Tools Needed for Installing an Air Admittance Valve
To instal an air admittance valve you will need to the following tools and products:
- Chosen air admittance valve
- Pen to mark cutting point on pipe
- Hacksaw or PVC pipe cutters
- 120 grit sandpaper or file for removing burrs
- Solvent weld pipe cement
- Bowl to catch any spillages
- Old clothes or rags for cleaning up
- Suitable lengths of UPVC pipework
- T-piece or equal-T joiner
- Tape measure
- Pipe clip for vertical pipe
- Washing up liquid
How to Install an Air Admittance Valve
As we have looked at above, there are 2 different types of air admittance valve. In the majority of cases the one that you’ll be fitting will be the smaller version to take care of localised pressure issues.
With this in mind we will concentrate our example around this, however we will also take a quick look at installing the larger 110mm version after.
Find Install Location
There are two scenarios to installing an AAV, the first being installing it into existing waste pipework and the second as part of a brand new installation of a sink, bath or the similar. In the majority of cases it will be into existing pipework after a pressure issue has been identified.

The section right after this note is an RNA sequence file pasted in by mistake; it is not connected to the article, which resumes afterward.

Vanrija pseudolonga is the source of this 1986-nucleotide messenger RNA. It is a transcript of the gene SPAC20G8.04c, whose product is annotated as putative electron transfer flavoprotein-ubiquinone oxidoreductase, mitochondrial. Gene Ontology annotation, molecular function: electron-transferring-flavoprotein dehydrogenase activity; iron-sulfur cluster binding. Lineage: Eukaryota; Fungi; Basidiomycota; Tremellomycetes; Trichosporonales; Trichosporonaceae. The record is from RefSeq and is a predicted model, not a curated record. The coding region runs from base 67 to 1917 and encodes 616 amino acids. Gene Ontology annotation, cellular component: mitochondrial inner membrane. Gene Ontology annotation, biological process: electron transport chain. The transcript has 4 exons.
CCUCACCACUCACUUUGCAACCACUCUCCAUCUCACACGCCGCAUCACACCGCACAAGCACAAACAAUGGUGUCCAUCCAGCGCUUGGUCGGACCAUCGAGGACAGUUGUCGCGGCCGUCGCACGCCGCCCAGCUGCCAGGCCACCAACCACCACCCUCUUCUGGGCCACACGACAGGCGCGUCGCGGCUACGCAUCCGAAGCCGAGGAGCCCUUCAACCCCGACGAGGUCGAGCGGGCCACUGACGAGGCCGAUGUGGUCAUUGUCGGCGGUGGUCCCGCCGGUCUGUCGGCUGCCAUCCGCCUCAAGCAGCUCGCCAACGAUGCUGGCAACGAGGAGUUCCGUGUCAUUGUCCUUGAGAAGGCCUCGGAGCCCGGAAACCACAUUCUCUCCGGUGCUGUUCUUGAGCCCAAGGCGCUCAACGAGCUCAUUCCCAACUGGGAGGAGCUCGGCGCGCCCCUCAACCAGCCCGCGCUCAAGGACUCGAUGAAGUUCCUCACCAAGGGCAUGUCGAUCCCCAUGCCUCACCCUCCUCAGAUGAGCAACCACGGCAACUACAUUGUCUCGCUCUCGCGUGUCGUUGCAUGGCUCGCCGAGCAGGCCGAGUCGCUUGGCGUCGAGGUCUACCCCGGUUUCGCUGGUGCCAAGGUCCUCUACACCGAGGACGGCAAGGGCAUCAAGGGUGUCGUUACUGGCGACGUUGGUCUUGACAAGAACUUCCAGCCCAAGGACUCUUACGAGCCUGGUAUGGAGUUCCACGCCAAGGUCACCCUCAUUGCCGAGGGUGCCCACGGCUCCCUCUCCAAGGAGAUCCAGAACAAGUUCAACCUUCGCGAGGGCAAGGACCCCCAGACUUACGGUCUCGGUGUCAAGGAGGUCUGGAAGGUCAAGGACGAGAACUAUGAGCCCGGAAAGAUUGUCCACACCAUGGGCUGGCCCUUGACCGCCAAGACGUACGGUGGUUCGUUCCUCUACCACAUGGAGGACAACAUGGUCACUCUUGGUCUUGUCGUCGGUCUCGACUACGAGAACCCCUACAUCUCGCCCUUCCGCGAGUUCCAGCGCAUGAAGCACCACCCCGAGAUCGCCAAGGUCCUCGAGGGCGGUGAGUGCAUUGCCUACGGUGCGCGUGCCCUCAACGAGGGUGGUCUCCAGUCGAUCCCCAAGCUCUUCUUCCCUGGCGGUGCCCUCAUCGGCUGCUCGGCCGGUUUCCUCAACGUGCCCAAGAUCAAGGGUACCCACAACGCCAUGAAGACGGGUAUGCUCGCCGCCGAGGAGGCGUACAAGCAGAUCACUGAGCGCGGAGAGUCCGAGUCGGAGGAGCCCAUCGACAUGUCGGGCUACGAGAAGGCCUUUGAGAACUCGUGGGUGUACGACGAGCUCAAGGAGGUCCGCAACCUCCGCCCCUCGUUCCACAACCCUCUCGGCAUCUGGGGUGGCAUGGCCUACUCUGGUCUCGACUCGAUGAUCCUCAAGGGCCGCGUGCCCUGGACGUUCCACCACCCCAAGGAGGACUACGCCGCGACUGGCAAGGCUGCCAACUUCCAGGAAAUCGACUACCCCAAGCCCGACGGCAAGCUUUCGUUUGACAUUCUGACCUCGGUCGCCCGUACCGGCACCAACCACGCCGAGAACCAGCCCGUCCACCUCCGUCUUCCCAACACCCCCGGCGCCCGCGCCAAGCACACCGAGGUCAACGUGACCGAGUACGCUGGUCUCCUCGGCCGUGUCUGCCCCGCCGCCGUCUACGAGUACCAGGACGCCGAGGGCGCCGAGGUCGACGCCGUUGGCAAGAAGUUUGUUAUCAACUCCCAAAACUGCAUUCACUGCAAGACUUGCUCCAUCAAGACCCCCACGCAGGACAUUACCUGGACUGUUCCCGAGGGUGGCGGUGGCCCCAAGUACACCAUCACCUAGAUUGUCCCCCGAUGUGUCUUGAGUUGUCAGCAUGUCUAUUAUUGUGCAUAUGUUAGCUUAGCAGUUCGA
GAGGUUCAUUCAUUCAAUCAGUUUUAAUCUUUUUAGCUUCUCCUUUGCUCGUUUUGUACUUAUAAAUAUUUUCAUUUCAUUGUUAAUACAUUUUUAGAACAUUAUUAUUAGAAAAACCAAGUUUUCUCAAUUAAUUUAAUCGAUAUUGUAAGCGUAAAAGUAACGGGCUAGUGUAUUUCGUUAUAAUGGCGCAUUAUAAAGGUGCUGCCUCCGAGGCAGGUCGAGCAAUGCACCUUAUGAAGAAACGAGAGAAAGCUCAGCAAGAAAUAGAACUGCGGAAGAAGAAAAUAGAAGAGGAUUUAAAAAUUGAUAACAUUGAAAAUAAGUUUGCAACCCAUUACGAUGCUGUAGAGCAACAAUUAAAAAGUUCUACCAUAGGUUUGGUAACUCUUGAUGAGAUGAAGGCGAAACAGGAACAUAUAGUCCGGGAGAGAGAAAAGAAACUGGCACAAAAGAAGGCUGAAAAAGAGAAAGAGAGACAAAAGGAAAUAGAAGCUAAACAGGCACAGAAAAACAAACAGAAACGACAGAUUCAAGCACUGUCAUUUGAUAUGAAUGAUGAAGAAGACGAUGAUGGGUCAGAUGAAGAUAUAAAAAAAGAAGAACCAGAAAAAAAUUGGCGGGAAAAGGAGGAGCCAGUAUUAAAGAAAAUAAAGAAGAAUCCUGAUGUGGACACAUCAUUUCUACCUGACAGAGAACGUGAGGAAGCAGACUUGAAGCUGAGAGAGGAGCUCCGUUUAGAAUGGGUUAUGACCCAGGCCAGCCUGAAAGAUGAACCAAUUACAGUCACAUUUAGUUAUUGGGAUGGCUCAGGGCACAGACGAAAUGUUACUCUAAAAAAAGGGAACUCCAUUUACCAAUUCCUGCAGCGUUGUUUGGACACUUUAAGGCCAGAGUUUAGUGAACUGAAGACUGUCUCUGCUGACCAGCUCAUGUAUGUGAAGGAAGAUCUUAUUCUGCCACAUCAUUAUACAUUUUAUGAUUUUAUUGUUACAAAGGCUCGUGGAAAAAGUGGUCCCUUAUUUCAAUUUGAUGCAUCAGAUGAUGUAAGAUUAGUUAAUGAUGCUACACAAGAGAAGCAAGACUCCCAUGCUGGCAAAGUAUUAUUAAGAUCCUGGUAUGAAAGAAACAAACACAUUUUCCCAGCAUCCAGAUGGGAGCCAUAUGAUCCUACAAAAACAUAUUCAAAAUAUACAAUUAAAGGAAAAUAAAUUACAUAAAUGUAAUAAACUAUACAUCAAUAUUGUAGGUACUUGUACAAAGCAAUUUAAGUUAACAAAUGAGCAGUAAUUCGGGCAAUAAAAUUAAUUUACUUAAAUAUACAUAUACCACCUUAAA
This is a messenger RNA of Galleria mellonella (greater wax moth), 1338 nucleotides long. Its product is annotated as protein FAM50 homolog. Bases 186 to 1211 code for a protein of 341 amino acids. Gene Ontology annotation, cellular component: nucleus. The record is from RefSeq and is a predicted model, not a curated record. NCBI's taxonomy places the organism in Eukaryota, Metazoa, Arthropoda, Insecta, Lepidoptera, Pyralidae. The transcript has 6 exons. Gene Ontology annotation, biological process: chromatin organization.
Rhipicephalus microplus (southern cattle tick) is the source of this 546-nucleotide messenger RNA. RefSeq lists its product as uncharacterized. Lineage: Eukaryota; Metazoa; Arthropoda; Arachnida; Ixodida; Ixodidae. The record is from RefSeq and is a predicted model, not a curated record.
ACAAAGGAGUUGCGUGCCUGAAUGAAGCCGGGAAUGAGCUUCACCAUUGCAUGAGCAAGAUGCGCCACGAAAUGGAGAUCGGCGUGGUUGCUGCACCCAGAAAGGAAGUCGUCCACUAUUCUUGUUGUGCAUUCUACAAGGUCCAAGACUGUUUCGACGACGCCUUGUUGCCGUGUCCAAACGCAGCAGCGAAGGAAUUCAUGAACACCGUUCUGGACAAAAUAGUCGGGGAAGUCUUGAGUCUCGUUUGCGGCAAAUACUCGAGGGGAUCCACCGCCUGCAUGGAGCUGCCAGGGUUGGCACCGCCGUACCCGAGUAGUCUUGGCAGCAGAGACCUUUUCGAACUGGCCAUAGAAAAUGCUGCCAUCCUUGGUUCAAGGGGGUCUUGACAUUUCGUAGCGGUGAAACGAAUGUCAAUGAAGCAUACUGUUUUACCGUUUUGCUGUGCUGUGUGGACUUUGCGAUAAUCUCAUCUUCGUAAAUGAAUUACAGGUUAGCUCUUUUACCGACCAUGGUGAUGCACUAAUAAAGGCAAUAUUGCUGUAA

The first job to do is to select a length of existing waste pipe where the valve can be installed. Choose an area with enough space to work in comfortably and also one that will allow you enough height to install the valve so that it is above the highest water inlet.
This can be tricky to do and in most cases will involve finding an area where you can easily run a length of pipe vertically from the existing waste, to take the valve above the highest drain point in the room.
This can be in the actual room or in the case of a loft conversion, this may also be in the eaves behind the room and appliance. A popular choice is under the sink with the valve extended up behind it so it’s well above the plug hole.
Cut Pipework for T-Piece Adaptor
Once you have found the ideal install location the next task is to cut the existing waste pipe so that you can fit a T-piece or equal-T as it’s known to run the vertical pipe to fit your AAV.